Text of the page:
FIG. 4 is an exploded view of still another hinge according to the third embodiment of the present invention. In the hinge of this embodiment, an elongated boss 146 extends from a cylindrical end 14 of one of the pair of hinge members 10, so as to extend through a throughhole 246 defined in the intermediate member 20 coaxially therewith, and into a hole 142 defined in the cylindrical end 14 of the other hinge member 10 in a manner as mentioned in FIG. 1 and 2, thereby the intermediate member 20 pivotally connects to the pair of hinge members 10.
While the principles of this invention have been described in connection with its embodiment, it should be understood that many other possible modifications and variations can be made without departing from the spirit and scope of the invention as hereinafter claimed.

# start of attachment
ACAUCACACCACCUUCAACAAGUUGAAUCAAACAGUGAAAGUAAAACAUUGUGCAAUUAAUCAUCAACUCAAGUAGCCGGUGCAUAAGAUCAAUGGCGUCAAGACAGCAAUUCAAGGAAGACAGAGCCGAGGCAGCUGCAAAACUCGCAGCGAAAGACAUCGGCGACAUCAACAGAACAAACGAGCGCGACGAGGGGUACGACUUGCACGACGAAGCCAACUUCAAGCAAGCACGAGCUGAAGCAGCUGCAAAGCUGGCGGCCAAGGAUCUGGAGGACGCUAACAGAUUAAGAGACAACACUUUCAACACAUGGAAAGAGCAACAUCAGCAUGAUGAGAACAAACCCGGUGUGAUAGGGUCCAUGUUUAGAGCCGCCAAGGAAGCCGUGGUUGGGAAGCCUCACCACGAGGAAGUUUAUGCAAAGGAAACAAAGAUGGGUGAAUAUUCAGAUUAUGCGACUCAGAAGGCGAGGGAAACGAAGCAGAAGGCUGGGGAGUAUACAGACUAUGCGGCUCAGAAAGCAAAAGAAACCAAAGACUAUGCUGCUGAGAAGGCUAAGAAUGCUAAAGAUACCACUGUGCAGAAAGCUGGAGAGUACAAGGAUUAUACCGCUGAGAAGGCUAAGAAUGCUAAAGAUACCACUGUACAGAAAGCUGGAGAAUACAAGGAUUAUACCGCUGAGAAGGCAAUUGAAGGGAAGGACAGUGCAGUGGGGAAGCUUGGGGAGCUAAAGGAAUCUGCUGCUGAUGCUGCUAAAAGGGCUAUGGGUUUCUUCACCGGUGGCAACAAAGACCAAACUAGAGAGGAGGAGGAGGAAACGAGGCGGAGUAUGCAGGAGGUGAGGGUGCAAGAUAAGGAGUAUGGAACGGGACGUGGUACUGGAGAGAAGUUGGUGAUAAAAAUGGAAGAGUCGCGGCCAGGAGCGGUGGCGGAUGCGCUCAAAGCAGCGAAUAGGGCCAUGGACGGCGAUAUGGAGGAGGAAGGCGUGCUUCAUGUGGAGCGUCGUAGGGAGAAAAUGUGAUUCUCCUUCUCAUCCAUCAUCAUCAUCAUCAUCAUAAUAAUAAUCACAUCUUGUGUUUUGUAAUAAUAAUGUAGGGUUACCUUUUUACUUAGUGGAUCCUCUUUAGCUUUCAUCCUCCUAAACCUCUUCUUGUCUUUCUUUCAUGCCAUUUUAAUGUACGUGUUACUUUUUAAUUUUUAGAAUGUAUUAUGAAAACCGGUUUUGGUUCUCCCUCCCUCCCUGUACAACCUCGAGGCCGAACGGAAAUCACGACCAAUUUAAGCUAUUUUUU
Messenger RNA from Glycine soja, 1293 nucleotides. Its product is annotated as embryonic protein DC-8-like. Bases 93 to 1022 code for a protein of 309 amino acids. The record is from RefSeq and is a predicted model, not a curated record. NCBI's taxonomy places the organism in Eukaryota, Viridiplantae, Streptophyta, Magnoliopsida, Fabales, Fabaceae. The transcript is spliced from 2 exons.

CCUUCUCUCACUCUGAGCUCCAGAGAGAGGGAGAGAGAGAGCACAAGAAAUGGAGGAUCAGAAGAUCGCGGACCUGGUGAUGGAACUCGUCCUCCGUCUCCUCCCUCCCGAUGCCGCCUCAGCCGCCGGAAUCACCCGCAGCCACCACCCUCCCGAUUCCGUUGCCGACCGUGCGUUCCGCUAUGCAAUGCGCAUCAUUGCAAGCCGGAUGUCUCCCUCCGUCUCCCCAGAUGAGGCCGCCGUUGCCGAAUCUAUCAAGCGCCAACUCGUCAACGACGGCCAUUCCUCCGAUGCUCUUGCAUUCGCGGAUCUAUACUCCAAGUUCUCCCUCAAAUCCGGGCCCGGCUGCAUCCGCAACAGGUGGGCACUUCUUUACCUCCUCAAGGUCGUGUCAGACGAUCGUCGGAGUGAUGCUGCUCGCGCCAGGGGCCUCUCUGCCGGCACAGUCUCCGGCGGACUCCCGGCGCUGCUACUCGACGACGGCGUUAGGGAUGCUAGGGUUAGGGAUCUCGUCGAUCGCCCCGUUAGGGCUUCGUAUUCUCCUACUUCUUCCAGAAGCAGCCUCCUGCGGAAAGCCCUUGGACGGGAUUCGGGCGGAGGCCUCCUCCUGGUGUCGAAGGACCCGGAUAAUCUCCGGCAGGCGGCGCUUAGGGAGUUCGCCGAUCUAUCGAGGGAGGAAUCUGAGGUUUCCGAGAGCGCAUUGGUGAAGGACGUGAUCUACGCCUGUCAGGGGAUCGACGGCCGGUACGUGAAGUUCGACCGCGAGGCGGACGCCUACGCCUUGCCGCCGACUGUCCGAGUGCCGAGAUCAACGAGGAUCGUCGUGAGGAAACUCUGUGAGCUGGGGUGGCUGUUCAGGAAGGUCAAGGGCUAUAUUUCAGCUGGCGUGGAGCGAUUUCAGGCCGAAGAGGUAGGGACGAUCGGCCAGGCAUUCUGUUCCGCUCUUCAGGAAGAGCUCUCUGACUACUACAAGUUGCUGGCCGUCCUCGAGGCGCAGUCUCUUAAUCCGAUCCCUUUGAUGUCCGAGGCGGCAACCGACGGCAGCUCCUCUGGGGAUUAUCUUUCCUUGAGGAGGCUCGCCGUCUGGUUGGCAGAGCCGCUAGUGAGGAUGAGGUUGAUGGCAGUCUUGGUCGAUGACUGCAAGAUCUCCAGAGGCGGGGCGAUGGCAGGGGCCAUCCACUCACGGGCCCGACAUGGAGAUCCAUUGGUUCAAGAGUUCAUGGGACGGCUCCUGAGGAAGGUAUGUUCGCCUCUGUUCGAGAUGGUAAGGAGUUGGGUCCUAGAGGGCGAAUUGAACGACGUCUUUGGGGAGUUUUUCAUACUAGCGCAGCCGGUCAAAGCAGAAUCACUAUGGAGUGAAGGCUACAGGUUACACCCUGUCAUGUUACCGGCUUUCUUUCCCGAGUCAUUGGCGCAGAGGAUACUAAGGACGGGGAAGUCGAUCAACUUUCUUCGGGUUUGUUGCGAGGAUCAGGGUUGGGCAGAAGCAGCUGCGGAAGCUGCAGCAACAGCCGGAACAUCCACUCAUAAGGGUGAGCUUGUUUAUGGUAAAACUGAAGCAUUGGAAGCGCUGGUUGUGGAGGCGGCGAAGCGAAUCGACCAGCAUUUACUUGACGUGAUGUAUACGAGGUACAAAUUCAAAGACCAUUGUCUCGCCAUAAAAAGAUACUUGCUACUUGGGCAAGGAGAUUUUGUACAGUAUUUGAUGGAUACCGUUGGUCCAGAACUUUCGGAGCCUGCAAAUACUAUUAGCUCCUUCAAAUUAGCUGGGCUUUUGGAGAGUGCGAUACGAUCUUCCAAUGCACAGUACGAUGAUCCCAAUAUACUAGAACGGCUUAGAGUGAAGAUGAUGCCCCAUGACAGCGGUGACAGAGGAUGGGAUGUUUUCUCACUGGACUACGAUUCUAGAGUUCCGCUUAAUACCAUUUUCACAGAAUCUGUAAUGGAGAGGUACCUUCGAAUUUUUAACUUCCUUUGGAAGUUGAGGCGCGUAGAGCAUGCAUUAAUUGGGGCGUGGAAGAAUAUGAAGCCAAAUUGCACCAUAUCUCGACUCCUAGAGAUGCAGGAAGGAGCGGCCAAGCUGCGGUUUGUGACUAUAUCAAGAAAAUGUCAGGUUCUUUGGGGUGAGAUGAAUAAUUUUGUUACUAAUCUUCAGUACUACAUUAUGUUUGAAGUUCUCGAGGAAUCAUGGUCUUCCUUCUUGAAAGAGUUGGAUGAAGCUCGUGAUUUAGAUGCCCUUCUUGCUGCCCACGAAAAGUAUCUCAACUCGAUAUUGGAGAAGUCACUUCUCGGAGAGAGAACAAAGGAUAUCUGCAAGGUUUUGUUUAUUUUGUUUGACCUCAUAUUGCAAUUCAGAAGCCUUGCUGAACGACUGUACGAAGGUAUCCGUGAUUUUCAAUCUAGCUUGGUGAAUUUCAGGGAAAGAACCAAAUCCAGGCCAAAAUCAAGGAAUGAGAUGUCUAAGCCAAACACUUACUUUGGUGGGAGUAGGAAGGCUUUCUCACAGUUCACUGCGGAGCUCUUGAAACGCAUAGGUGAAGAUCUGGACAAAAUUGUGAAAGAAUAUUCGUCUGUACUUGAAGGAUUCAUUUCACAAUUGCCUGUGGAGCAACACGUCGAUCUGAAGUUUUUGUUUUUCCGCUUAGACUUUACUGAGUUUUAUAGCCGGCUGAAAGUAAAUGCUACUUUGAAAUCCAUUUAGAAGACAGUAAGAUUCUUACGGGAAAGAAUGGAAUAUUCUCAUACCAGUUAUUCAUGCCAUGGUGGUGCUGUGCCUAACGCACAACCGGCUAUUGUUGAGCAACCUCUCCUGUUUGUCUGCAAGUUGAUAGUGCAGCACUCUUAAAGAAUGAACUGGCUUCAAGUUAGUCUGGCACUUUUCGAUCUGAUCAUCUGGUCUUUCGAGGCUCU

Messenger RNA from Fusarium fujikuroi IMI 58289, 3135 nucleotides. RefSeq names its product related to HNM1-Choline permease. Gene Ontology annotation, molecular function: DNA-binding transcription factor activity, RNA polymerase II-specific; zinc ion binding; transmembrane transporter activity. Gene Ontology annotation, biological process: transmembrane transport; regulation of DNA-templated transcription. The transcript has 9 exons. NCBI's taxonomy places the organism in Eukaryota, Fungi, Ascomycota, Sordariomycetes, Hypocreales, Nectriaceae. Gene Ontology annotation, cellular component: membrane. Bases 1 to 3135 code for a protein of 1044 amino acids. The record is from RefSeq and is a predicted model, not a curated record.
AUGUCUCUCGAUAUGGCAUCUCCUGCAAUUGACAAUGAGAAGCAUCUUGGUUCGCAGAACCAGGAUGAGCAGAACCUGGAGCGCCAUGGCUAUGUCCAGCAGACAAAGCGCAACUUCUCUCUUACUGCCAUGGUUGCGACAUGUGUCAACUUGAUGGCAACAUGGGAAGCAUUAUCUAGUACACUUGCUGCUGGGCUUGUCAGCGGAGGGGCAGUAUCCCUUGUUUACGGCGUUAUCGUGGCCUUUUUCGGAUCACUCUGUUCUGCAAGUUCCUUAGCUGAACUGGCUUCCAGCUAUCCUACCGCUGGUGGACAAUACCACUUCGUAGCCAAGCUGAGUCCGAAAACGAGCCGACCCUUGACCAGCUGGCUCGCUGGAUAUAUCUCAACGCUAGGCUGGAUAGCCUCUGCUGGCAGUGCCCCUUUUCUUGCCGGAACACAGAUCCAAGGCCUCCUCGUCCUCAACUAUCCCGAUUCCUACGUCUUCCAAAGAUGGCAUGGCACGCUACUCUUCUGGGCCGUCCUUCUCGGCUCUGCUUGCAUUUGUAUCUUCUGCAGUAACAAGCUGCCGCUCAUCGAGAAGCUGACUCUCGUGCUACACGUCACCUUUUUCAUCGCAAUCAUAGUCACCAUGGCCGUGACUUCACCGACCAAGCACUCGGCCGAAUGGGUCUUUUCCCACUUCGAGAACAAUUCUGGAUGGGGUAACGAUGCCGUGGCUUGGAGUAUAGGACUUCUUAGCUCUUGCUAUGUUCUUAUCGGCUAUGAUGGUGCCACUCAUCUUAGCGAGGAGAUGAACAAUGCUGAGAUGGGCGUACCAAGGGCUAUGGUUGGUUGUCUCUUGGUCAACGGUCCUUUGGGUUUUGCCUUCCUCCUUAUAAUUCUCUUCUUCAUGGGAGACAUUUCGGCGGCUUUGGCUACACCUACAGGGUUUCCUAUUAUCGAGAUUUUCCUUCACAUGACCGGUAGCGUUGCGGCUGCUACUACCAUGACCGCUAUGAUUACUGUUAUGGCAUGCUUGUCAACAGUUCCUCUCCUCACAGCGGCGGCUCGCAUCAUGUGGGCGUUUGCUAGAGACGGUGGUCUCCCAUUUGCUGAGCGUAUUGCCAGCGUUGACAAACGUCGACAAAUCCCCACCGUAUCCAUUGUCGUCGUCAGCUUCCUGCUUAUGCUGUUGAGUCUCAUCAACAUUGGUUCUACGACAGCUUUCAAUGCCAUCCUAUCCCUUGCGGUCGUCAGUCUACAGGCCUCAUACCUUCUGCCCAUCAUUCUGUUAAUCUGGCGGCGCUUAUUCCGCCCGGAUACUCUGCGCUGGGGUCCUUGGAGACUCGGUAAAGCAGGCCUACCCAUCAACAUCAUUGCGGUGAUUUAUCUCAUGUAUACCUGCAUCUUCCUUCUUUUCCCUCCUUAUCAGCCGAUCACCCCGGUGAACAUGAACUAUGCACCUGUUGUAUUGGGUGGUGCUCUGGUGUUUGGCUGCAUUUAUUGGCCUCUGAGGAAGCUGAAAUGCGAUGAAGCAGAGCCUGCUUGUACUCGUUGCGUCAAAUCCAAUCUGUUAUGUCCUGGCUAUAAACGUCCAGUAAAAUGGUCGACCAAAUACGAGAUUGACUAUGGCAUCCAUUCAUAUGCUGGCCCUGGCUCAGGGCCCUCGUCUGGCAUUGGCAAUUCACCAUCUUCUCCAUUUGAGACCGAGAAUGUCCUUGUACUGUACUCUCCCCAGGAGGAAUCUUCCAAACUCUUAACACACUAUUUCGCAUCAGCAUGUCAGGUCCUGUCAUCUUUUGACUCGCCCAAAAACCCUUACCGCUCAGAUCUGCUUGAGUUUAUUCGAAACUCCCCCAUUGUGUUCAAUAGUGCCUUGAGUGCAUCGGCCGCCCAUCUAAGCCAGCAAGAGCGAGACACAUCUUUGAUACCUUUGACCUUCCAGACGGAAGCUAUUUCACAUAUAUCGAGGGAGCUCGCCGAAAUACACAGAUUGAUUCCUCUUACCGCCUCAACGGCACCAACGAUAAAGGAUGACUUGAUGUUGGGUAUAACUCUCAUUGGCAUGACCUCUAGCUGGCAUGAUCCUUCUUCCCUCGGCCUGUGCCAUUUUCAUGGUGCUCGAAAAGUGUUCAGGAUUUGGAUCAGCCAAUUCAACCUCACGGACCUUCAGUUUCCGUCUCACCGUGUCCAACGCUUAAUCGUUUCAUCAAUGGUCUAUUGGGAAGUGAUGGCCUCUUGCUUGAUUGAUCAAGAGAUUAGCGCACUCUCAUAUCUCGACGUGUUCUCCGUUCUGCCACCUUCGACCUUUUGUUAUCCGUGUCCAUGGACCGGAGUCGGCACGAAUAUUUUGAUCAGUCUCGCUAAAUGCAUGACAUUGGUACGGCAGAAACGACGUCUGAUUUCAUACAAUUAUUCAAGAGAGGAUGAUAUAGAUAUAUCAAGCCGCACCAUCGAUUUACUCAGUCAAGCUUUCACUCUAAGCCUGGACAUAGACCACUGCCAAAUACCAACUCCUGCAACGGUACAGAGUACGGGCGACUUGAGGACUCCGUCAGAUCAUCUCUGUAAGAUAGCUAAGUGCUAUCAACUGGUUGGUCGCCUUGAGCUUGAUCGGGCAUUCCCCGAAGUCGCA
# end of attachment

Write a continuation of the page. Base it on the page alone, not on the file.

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|US20150092335 *||Sep 27, 2013||Apr 2, 2015||JOHNSON S. Patrick||Frictional hinge for electronic devices|
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|U.S. Classification||16/307, 16/342, 16/295|
|International Classification||G06F1/16, E05D11/08|
|Cooperative Classification||Y10T16/54038, G06F1/1616, Y10T16/53888, G06F1/1681, E05D11/084, Y10T16/53845, E05Y2900/606|
|European Classification||G06F1/16P9M6, G06F1/16P1F|
|Oct 23, 2001||FPAY||Fee payment|
Year of fee payment: 4
|Oct 24, 2005||FPAY||Fee payment|
Year of fee payment: 8
|Dec 14, 2009||REMI||Maintenance fee reminder mailed|
|May 12, 2010||LAPS||Lapse for failure to pay maintenance fees|
|Jun 29, 2010||FP||Expired due to failure to pay maintenance fee|
Effective date: 20100512